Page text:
Global Religious Recognition Report
DOCUMENTING RoRB CONDITIONS AROUND THE WORLD
The Global Religious Recognition Report is an annual report published to reflect the work of The Religious Recognition Project in its attempt to identify and measure the severity of the actions of nation states and territories when it comes to how belief systems, communities, denominations, institutions, and local belief-based organisations are recognised and registered. The Report provides an overview of each country along the metrics of state-religion relations, the mandatoriness of registration, registration system structure, registration policy, key tools of restriction imposed and whether "basic religious activities" are able to be freely conducted. These constitute the main determiners of a country's categorisation in the Spectrum of Religious Recognition (SRR). The Global Religious Recognition Report perceives religious freedom through the lens of how religions and beliefs are recognised and legally registered and seeks to reiterate parameters for what is and is not permissible action by the state in these matters in accordance with the latest version of RoRB standards.
Conditions for recognition of religion or belief (RoRB) continued to deteriorate around the world from June 2021 to June 2022. Authoritarian regimes bent on controlling religious activity maintained a foothold in Africa, Asia and parts of Central and South America. The liberties enshrined in the European Convention on Human Rights are at serious threat by the Russian Federation's invasion of Ukraine. While in Afghanistan, the Taliban's reclamation of power after twenty years of being kept at bay likely signals a new generation of Afghan boys and girls who will not see their fundamental human rights upheld by the very institutions that are supposed to protect them.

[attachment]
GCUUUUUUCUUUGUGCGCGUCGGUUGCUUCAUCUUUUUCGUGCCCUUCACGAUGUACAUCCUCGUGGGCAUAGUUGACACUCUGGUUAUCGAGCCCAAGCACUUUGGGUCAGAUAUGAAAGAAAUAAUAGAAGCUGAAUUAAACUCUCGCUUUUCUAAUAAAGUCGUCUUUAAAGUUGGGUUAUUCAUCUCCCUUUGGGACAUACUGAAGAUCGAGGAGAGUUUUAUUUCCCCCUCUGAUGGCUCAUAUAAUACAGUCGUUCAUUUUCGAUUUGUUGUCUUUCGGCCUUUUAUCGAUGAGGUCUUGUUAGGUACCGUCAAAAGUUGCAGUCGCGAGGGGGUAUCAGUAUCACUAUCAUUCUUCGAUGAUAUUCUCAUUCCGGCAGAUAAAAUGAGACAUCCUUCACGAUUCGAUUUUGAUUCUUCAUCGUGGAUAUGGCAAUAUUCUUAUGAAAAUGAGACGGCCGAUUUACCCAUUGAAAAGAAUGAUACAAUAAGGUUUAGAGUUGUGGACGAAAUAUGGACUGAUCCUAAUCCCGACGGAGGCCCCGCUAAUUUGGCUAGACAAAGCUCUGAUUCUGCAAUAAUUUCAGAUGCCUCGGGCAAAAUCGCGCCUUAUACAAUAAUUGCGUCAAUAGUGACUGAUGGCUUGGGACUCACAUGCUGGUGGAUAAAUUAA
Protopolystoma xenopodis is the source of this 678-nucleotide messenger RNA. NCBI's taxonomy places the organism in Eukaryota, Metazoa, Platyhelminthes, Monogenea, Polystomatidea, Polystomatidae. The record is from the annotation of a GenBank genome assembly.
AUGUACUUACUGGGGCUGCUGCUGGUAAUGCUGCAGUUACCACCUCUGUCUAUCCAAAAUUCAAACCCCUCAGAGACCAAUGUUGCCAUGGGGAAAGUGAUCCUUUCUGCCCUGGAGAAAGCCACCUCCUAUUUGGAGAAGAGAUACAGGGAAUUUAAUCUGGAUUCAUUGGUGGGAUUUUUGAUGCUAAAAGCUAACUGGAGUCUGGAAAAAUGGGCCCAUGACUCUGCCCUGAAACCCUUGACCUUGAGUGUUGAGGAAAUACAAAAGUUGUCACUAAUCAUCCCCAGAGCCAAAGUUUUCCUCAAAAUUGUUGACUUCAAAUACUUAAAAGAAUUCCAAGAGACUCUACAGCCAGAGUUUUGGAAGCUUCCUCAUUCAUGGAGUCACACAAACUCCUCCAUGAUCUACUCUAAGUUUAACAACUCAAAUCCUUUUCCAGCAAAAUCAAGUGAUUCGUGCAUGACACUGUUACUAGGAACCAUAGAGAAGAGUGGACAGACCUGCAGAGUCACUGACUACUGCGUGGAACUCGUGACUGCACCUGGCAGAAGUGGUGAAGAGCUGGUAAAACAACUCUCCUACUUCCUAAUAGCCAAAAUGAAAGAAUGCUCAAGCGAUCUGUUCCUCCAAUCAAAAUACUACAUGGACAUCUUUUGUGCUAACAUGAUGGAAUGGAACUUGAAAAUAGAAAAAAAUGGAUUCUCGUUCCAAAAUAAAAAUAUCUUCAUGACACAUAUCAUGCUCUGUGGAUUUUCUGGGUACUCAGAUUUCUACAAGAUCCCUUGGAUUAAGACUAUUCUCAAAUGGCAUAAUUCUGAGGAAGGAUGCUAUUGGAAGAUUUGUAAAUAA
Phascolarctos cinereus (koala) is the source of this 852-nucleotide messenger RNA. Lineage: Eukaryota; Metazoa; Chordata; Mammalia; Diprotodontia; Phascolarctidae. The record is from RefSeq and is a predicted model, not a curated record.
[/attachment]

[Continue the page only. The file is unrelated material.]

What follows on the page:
The Religious Recognition Project considers the topic of how countries register religious groups and activities is one of the foremost issues in the modern world when it comes to respecting and protecting freedom of religion or belief (FoRB). The majority of countries and territories (58% or 137 out of 235 studied) either continue to make government registration mandatory for religious groups or provide no registration procedures at all.
An even greater majority of countries have established onerous registration procedures, the consequences of which, whether by intention or not, include the disenfranchisement of belief communities, the deregistration or denial of registered status for minority or "untraditional" religious groups, and the state's maintenance of control over the religious and philosophical lives of citizens. In essence, issues of registration remain a harbinger of worse violations of FoRB to come so if a focus is placed on dismantling these misused recognition and registration systems, it is possible that we could see a brighter future for FoRB conditions in countries worst effected by this issue.